To date, however, New Jersey’s efforts to develop energy storage have failed to achieve legislative- established goals and endorsed by the Murphy administration. The state fell well short of developing 600 megawatts of storage by the end of 2021, a miss that makes a target of 2,000 MW by 2030 all the more difficult. New Jersey had over 500 MW of storage either installed or in the production pipeline as of last June.
The new initiative, dubbed the Storage Incentive Proposal, aims to create a framework for reaching that goal at the same time, deploying enough energy storage to decrease greenhouse gas emissions that contribute to climate change. The proposal also seeks to steer energy storage into communities overburdened with pollution.
The Storage Incentive Proposal wants private industry to invest in and install Utility Scale Battery storage. The first requirement is to accurately specify the amount of battery storage required. The 200 MW and 600 MW of storage ratings are meaningless numbers because they exclude time. How many hours of power are required? Is it four (4) hours to carry society through a rainy afternoon or 168 hours to last an overcast rainy week? When the number of megawatt hours are specified, the battery type and costs can be estimated.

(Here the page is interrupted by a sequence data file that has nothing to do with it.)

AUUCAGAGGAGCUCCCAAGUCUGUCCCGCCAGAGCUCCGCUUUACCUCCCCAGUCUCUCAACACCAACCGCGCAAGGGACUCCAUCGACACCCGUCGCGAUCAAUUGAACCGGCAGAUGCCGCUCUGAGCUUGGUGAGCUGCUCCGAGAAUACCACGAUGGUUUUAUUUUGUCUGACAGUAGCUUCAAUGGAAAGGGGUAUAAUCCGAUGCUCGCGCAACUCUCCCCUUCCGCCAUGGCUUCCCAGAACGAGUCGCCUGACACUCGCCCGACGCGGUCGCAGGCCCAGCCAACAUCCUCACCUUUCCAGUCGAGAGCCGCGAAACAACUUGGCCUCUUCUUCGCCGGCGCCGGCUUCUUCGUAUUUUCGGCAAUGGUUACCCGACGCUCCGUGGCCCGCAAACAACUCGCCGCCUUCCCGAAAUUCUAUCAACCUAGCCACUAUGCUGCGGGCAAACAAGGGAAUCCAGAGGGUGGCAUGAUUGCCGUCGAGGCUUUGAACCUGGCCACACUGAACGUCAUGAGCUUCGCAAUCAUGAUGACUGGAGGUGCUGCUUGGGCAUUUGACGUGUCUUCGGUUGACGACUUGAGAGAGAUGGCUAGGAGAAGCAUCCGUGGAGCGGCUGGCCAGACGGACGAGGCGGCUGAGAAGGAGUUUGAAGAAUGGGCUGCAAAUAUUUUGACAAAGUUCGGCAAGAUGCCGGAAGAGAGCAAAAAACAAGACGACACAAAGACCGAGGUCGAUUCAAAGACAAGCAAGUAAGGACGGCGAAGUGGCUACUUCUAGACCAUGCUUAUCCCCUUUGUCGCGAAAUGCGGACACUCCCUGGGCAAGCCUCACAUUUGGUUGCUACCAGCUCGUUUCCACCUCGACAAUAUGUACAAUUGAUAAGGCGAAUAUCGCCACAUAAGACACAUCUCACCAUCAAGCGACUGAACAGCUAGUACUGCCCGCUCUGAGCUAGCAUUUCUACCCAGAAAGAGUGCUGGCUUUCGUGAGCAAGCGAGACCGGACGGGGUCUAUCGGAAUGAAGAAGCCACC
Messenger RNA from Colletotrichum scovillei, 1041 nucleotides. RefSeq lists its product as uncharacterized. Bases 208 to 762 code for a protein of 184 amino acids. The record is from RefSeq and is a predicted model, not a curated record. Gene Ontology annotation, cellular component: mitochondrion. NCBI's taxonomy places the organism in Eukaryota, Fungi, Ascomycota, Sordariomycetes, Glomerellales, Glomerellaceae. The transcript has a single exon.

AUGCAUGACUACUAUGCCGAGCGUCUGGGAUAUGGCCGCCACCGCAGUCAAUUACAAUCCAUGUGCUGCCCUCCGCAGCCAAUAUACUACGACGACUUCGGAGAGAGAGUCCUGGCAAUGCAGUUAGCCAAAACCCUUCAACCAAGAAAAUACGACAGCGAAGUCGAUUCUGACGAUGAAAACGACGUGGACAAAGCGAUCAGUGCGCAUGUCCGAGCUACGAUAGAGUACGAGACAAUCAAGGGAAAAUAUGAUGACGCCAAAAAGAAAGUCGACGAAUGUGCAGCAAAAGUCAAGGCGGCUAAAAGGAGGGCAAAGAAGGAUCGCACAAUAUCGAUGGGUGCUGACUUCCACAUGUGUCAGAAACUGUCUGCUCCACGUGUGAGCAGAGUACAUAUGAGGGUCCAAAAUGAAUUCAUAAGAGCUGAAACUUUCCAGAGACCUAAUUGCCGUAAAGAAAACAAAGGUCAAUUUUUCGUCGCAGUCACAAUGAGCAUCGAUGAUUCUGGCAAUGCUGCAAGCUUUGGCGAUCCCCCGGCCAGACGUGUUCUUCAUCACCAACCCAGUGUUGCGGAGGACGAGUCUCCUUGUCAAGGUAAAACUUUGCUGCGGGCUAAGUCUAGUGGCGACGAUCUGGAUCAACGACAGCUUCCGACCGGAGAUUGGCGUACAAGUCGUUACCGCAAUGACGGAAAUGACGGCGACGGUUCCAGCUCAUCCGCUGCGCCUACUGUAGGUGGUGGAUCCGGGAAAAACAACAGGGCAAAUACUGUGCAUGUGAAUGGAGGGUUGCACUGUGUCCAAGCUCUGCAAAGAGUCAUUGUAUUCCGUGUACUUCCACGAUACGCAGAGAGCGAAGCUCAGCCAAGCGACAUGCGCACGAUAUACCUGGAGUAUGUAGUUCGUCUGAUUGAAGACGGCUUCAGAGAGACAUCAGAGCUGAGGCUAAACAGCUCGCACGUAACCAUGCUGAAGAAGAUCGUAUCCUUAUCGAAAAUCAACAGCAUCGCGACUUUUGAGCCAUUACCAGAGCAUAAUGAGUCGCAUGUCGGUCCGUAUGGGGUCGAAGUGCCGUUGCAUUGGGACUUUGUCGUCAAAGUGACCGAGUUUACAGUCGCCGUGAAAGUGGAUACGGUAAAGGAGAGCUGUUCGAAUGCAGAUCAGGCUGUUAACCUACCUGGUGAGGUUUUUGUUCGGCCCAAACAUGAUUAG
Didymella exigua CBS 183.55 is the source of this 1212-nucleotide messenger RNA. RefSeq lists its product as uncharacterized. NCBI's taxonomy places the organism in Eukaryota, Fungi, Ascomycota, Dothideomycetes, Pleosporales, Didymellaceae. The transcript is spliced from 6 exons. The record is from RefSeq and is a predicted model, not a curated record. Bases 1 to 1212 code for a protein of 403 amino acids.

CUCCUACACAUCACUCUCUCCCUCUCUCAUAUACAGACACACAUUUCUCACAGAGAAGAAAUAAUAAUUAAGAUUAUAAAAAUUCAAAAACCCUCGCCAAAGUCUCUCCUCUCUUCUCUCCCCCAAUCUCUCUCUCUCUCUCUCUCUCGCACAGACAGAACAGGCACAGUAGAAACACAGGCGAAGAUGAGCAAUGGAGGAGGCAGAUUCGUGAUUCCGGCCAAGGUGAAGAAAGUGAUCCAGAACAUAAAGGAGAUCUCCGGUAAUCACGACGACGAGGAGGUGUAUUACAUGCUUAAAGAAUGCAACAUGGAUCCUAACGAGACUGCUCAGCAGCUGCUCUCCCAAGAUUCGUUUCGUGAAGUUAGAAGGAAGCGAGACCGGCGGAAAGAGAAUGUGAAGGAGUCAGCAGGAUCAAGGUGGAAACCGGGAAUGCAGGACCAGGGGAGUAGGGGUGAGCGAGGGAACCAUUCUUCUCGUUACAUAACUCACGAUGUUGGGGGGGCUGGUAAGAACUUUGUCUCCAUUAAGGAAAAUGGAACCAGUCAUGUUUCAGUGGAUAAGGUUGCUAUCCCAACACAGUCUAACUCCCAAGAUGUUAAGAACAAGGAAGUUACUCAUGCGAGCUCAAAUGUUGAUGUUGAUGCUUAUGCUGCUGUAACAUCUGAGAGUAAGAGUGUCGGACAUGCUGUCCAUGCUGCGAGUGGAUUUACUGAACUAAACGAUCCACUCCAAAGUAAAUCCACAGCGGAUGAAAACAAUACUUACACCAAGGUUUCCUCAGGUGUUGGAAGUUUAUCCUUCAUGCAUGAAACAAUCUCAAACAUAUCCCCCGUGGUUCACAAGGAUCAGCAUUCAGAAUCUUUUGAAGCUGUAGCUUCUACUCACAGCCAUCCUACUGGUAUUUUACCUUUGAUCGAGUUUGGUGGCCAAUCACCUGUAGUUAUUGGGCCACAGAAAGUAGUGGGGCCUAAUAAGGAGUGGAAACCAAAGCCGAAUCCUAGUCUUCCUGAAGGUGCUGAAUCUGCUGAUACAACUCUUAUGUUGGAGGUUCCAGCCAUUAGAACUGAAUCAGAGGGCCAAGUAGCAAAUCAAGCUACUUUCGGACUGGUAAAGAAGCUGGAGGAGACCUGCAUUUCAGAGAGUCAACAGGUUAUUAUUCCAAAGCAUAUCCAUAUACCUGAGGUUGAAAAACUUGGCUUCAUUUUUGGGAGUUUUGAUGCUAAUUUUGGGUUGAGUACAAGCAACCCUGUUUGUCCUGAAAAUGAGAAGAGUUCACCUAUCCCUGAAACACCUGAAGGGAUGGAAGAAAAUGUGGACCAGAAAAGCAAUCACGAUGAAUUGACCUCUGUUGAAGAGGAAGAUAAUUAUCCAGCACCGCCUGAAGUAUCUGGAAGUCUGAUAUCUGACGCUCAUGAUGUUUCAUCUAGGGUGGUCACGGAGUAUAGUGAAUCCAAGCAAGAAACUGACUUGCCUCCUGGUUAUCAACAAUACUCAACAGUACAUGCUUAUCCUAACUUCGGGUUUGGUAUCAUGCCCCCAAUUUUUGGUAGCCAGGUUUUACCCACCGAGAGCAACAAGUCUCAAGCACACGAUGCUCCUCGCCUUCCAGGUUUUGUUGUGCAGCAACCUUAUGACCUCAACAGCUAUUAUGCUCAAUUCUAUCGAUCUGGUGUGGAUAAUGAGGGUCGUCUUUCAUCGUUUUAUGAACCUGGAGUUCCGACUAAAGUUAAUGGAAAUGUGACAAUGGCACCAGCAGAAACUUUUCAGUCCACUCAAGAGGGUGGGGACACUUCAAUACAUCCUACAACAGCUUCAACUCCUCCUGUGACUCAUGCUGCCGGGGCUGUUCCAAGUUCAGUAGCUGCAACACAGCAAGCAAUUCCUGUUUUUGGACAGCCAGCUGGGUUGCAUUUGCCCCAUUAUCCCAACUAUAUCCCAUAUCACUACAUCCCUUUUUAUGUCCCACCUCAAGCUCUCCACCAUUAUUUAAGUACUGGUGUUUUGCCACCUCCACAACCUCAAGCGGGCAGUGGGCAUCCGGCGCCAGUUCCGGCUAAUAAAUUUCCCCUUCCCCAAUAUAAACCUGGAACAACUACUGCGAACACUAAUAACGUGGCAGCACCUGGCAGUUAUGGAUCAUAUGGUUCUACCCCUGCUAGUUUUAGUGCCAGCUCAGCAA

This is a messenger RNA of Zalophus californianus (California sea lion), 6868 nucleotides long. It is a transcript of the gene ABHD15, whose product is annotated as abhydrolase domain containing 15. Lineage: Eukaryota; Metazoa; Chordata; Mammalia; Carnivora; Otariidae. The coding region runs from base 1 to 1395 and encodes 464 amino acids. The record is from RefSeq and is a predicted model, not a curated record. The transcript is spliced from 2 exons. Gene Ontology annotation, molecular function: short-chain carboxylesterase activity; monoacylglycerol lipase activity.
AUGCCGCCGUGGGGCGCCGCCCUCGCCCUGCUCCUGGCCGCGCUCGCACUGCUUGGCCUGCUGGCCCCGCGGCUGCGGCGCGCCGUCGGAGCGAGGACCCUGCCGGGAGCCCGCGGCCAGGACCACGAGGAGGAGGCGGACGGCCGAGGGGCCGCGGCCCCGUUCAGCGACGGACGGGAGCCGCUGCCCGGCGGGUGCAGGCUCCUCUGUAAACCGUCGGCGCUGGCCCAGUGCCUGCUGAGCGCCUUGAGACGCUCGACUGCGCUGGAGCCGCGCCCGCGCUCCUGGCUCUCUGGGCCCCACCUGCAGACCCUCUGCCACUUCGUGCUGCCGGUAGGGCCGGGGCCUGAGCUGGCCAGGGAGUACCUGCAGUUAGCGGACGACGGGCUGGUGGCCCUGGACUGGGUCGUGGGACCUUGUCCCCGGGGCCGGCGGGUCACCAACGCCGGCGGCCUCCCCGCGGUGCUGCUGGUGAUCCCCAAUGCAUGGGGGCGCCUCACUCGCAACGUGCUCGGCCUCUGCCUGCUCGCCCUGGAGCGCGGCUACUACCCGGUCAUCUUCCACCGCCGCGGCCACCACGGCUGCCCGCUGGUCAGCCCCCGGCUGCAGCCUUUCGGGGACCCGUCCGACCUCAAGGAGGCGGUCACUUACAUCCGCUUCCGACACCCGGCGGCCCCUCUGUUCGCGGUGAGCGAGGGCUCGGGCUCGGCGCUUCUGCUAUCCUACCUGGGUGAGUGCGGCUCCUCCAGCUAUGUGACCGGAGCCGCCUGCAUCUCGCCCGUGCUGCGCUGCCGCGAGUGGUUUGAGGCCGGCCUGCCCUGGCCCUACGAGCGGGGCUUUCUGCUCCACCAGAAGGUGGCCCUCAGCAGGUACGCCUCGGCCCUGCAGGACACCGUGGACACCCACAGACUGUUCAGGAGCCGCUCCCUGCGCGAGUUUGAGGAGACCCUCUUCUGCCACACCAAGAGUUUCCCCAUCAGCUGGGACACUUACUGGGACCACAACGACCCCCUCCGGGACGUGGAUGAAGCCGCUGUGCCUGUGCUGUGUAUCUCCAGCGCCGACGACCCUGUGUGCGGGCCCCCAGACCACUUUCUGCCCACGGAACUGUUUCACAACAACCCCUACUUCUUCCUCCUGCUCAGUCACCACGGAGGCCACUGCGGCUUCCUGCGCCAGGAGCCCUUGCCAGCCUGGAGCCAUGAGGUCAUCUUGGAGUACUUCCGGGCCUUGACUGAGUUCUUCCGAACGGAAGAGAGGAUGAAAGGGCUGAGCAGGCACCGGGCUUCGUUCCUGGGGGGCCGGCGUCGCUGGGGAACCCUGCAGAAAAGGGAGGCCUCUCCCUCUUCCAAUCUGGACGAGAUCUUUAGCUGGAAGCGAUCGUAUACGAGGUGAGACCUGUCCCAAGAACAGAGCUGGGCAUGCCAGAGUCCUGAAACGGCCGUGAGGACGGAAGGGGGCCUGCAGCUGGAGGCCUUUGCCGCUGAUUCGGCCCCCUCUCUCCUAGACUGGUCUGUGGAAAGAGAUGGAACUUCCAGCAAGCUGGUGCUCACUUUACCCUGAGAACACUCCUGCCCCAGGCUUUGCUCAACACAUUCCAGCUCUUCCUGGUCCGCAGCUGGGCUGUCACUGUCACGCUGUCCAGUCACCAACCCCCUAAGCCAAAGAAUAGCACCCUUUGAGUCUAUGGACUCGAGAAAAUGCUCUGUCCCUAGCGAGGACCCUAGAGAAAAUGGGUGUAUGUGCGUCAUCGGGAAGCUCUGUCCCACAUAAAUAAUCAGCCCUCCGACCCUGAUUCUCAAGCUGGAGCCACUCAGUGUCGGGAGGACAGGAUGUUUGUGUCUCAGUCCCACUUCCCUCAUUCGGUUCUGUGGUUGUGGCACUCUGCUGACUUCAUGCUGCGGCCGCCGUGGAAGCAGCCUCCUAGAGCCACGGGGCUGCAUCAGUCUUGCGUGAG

What framework is the BPU referring to? Is this a fancy word for subsides?
How do other states get private industry to invest in large scale grid batteries? Should the BPU be asking the private storage investors what is required to invest in New Jersey
The BPU should also build a wind-solar-storage grid and test it before implementing this system on state residents. This energy system design has never been built or tested anywhere in the world. Its ability to provide affordable and reliable electricity to residents should be first shown.
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Seth Grossman, Executive Director